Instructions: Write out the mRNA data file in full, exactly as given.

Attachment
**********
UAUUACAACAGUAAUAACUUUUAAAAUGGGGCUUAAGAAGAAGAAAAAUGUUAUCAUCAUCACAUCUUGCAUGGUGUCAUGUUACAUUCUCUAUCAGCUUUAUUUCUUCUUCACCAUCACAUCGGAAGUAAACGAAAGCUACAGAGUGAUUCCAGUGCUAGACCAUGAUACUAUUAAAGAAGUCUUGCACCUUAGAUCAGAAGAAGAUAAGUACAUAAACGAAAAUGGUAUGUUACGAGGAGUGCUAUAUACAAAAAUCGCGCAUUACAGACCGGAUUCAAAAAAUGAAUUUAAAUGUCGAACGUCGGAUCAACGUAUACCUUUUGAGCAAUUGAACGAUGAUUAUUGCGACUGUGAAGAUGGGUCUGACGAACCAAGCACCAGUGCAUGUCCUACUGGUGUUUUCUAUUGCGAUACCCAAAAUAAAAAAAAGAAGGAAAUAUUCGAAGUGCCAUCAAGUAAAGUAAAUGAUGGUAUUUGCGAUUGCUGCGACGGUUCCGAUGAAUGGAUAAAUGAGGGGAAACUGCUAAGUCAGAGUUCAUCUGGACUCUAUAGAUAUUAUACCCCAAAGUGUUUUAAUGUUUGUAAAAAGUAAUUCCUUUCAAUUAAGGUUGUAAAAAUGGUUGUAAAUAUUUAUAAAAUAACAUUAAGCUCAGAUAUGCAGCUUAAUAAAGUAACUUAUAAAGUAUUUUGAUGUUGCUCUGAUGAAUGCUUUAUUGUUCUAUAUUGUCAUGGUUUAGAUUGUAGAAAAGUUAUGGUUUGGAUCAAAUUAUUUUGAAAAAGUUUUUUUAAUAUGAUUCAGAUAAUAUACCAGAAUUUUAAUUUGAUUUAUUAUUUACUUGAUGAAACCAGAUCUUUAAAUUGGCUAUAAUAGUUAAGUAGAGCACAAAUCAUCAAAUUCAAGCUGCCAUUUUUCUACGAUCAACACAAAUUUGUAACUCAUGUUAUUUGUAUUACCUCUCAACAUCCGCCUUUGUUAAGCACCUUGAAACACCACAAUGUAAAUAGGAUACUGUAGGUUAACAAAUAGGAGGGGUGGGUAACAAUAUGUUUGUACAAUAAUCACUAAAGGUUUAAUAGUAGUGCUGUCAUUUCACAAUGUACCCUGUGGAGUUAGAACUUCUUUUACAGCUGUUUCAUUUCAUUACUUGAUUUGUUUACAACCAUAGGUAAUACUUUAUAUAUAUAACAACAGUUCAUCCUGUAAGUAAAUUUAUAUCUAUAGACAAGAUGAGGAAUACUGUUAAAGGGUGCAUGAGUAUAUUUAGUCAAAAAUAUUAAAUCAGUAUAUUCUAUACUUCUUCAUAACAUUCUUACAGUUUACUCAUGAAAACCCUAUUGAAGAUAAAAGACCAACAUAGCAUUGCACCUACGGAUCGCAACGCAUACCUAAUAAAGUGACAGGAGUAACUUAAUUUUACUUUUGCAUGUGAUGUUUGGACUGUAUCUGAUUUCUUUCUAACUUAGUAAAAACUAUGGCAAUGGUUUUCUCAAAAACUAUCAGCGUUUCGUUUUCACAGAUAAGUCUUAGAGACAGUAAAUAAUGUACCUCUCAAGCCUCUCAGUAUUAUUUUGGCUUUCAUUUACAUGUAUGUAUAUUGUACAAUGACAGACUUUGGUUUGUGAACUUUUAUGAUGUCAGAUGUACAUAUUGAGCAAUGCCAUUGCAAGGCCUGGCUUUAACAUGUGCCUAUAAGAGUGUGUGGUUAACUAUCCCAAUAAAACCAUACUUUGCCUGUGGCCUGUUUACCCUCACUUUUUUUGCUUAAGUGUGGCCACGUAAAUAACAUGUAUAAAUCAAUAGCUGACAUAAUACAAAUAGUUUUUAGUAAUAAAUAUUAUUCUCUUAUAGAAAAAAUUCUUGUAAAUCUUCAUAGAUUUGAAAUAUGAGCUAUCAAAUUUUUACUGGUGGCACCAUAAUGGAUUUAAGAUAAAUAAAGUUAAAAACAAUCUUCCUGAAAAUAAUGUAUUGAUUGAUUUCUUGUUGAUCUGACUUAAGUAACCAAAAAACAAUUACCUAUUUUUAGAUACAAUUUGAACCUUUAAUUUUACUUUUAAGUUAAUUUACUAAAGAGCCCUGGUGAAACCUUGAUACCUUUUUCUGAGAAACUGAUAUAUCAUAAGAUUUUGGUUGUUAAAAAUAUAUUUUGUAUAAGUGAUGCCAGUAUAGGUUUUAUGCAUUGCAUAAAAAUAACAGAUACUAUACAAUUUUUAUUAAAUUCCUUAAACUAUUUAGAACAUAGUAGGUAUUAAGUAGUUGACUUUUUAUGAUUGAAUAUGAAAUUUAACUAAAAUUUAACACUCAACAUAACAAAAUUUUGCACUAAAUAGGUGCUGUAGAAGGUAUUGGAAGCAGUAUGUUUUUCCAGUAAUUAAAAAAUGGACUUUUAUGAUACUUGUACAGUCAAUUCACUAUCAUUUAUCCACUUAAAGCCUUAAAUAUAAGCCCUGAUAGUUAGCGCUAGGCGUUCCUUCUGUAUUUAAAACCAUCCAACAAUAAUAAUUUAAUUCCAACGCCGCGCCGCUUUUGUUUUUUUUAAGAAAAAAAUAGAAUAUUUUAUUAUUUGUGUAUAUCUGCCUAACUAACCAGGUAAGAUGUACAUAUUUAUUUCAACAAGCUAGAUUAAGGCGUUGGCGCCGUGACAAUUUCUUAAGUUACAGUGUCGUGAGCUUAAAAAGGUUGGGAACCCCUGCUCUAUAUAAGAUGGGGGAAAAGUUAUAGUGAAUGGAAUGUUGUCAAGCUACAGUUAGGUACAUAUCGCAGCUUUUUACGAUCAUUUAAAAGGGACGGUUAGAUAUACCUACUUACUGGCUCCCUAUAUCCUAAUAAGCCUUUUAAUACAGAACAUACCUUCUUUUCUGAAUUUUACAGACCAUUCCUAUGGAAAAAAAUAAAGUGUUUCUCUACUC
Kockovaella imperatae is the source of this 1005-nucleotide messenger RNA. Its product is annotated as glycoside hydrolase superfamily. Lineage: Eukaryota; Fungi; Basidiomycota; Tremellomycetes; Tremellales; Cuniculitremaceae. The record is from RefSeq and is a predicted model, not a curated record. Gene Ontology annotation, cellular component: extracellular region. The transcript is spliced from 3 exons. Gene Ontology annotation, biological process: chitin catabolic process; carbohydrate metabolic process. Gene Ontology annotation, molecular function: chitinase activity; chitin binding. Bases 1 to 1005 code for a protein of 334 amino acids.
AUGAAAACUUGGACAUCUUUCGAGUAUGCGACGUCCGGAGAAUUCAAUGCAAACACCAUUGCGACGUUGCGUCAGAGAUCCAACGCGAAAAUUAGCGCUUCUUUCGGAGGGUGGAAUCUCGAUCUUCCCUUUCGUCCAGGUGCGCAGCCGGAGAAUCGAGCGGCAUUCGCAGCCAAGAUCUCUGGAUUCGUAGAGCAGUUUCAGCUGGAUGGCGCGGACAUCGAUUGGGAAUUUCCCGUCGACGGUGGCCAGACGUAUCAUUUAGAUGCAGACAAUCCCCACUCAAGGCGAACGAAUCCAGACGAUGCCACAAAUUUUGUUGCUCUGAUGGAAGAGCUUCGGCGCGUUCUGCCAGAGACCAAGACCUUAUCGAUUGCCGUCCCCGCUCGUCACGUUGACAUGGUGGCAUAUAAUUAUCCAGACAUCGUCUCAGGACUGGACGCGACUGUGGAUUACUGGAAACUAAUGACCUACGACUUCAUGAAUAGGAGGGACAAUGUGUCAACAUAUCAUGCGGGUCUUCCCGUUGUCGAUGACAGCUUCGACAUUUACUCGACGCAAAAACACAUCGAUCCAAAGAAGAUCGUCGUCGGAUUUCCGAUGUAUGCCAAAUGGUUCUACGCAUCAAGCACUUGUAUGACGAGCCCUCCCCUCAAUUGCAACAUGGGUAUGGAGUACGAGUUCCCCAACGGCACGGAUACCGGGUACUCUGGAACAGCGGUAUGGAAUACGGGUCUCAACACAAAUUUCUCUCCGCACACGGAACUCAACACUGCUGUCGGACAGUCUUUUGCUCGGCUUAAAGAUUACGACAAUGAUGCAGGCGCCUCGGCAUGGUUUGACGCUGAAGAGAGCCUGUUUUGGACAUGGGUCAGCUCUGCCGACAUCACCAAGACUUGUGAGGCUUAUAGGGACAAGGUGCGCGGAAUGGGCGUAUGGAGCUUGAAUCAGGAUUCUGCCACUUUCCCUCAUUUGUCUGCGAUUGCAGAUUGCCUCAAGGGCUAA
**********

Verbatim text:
UAUUACAACAGUAAUAACUUUUAAAAUGGGGCUUAAGAAGAAGAAAAAUGUUAUCAUCAUCACAUCUUGCAUGGUGUCAUGUUACAUUCUCUAUCAGCUUUAUUUCUUCUUCACCAUCACAUCGGAAGUAAACGAAAGCUACAGAGUGAUUCCAGUGCUAGACCAUGAUACUAUUAAAGAAGUCUUGCACCUUAGAUCAGAAGAAGAUAAGUACAUAAACGAAAAUGGUAUGUUACGAGGAGUGCUAUAUACAAAAAUCGCGCAUUACAGACCGGAUUCAAAAAAUGAAUUUAAAUGUCGAACGUCGGAUCAACGUAUACCUUUUGAGCAAUUGAACGAUGAUUAUUGCGACUGUGAAGAUGGGUCUGACGAACCAAGCACCAGUGCAUGUCCUACUGGUGUUUUCUAUUGCGAUACCCAAAAUAAAAAAAAGAAGGAAAUAUUCGAAGUGCCAUCAAGUAAAGUAAAUGAUGGUAUUUGCGAUUGCUGCGACGGUUCCGAUGAAUGGAUAAAUGAGGGGAAACUGCUAAGUCAGAGUUCAUCUGGACUCUAUAGAUAUUAUACCCCAAAGUGUUUUAAUGUUUGUAAAAAGUAAUUCCUUUCAAUUAAGGUUGUAAAAAUGGUUGUAAAUAUUUAUAAAAUAACAUUAAGCUCAGAUAUGCAGCUUAAUAAAGUAACUUAUAAAGUAUUUUGAUGUUGCUCUGAUGAAUGCUUUAUUGUUCUAUAUUGUCAUGGUUUAGAUUGUAGAAAAGUUAUGGUUUGGAUCAAAUUAUUUUGAAAAAGUUUUUUUAAUAUGAUUCAGAUAAUAUACCAGAAUUUUAAUUUGAUUUAUUAUUUACUUGAUGAAACCAGAUCUUUAAAUUGGCUAUAAUAGUUAAGUAGAGCACAAAUCAUCAAAUUCAAGCUGCCAUUUUUCUACGAUCAACACAAAUUUGUAACUCAUGUUAUUUGUAUUACCUCUCAACAUCCGCCUUUGUUAAGCACCUUGAAACACCACAAUGUAAAUAGGAUACUGUAGGUUAACAAAUAGGAGGGGUGGGUAACAAUAUGUUUGUACAAUAAUCACUAAAGGUUUAAUAGUAGUGCUGUCAUUUCACAAUGUACCCUGUGGAGUUAGAACUUCUUUUACAGCUGUUUCAUUUCAUUACUUGAUUUGUUUACAACCAUAGGUAAUACUUUAUAUAUAUAACAACAGUUCAUCCUGUAAGUAAAUUUAUAUCUAUAGACAAGAUGAGGAAUACUGUUAAAGGGUGCAUGAGUAUAUUUAGUCAAAAAUAUUAAAUCAGUAUAUUCUAUACUUCUUCAUAACAUUCUUACAGUUUACUCAUGAAAACCCUAUUGAAGAUAAAAGACCAACAUAGCAUUGCACCUACGGAUCGCAACGCAUACCUAAUAAAGUGACAGGAGUAACUUAAUUUUACUUUUGCAUGUGAUGUUUGGACUGUAUCUGAUUUCUUUCUAACUUAGUAAAAACUAUGGCAAUGGUUUUCUCAAAAACUAUCAGCGUUUCGUUUUCACAGAUAAGUCUUAGAGACAGUAAAUAAUGUACCUCUCAAGCCUCUCAGUAUUAUUUUGGCUUUCAUUUACAUGUAUGUAUAUUGUACAAUGACAGACUUUGGUUUGUGAACUUUUAUGAUGUCAGAUGUACAUAUUGAGCAAUGCCAUUGCAAGGCCUGGCUUUAACAUGUGCCUAUAAGAGUGUGUGGUUAACUAUCCCAAUAAAACCAUACUUUGCCUGUGGCCUGUUUACCCUCACUUUUUUUGCUUAAGUGUGGCCACGUAAAUAACAUGUAUAAAUCAAUAGCUGACAUAAUACAAAUAGUUUUUAGUAAUAAAUAUUAUUCUCUUAUAGAAAAAAUUCUUGUAAAUCUUCAUAGAUUUGAAAUAUGAGCUAUCAAAUUUUUACUGGUGGCACCAUAAUGGAUUUAAGAUAAAUAAAGUUAAAAACAAUCUUCCUGAAAAUAAUGUAUUGAUUGAUUUCUUGUUGAUCUGACUUAAGUAACCAAAAAACAAUUACCUAUUUUUAGAUACAAUUUGAACCUUUAAUUUUACUUUUAAGUUAAUUUACUAAAGAGCCCUGGUGAAACCUUGAUACCUUUUUCUGAGAAACUGAUAUAUCAUAAGAUUUUGGUUGUUAAAAAUAUAUUUUGUAUAAGUGAUGCCAGUAUAGGUUUUAUGCAUUGCAUAAAAAUAACAGAUACUAUACAAUUUUUAUUAAAUUCCUUAAACUAUUUAGAACAUAGUAGGUAUUAAGUAGUUGACUUUUUAUGAUUGAAUAUGAAAUUUAACUAAAAUUUAACACUCAACAUAACAAAAUUUUGCACUAAAUAGGUGCUGUAGAAGGUAUUGGAAGCAGUAUGUUUUUCCAGUAAUUAAAAAAUGGACUUUUAUGAUACUUGUACAGUCAAUUCACUAUCAUUUAUCCACUUAAAGCCUUAAAUAUAAGCCCUGAUAGUUAGCGCUAGGCGUUCCUUCUGUAUUUAAAACCAUCCAACAAUAAUAAUUUAAUUCCAACGCCGCGCCGCUUUUGUUUUUUUUAAGAAAAAAAUAGAAUAUUUUAUUAUUUGUGUAUAUCUGCCUAACUAACCAGGUAAGAUGUACAUAUUUAUUUCAACAAGCUAGAUUAAGGCGUUGGCGCCGUGACAAUUUCUUAAGUUACAGUGUCGUGAGCUUAAAAAGGUUGGGAACCCCUGCUCUAUAUAAGAUGGGGGAAAAGUUAUAGUGAAUGGAAUGUUGUCAAGCUACAGUUAGGUACAUAUCGCAGCUUUUUACGAUCAUUUAAAAGGGACGGUUAGAUAUACCUACUUACUGGCUCCCUAUAUCCUAAUAAGCCUUUUAAUACAGAACAUACCUUCUUUUCUGAAUUUUACAGACCAUUCCUAUGGAAAAAAAUAAAGUGUUUCUCUACUC
Kockovaella imperatae is the source of this 1005-nucleotide messenger RNA. Its product is annotated as glycoside hydrolase superfamily. Lineage: Eukaryota; Fungi; Basidiomycota; Tremellomycetes; Tremellales; Cuniculitremaceae. The record is from RefSeq and is a predicted model, not a curated record. Gene Ontology annotation, cellular component: extracellular region. The transcript is spliced from 3 exons. Gene Ontology annotation, biological process: chitin catabolic process; carbohydrate metabolic process. Gene Ontology annotation, molecular function: chitinase activity; chitin binding. Bases 1 to 1005 code for a protein of 334 amino acids.
AUGAAAACUUGGACAUCUUUCGAGUAUGCGACGUCCGGAGAAUUCAAUGCAAACACCAUUGCGACGUUGCGUCAGAGAUCCAACGCGAAAAUUAGCGCUUCUUUCGGAGGGUGGAAUCUCGAUCUUCCCUUUCGUCCAGGUGCGCAGCCGGAGAAUCGAGCGGCAUUCGCAGCCAAGAUCUCUGGAUUCGUAGAGCAGUUUCAGCUGGAUGGCGCGGACAUCGAUUGGGAAUUUCCCGUCGACGGUGGCCAGACGUAUCAUUUAGAUGCAGACAAUCCCCACUCAAGGCGAACGAAUCCAGACGAUGCCACAAAUUUUGUUGCUCUGAUGGAAGAGCUUCGGCGCGUUCUGCCAGAGACCAAGACCUUAUCGAUUGCCGUCCCCGCUCGUCACGUUGACAUGGUGGCAUAUAAUUAUCCAGACAUCGUCUCAGGACUGGACGCGACUGUGGAUUACUGGAAACUAAUGACCUACGACUUCAUGAAUAGGAGGGACAAUGUGUCAACAUAUCAUGCGGGUCUUCCCGUUGUCGAUGACAGCUUCGACAUUUACUCGACGCAAAAACACAUCGAUCCAAAGAAGAUCGUCGUCGGAUUUCCGAUGUAUGCCAAAUGGUUCUACGCAUCAAGCACUUGUAUGACGAGCCCUCCCCUCAAUUGCAACAUGGGUAUGGAGUACGAGUUCCCCAACGGCACGGAUACCGGGUACUCUGGAACAGCGGUAUGGAAUACGGGUCUCAACACAAAUUUCUCUCCGCACACGGAACUCAACACUGCUGUCGGACAGUCUUUUGCUCGGCUUAAAGAUUACGACAAUGAUGCAGGCGCCUCGGCAUGGUUUGACGCUGAAGAGAGCCUGUUUUGGACAUGGGUCAGCUCUGCCGACAUCACCAAGACUUGUGAGGCUUAUAGGGACAAGGUGCGCGGAAUGGGCGUAUGGAGCUUGAAUCAGGAUUCUGCCACUUUCCCUCAUUUGUCUGCGAUUGCAGAUUGCCUCAAGGGCUAA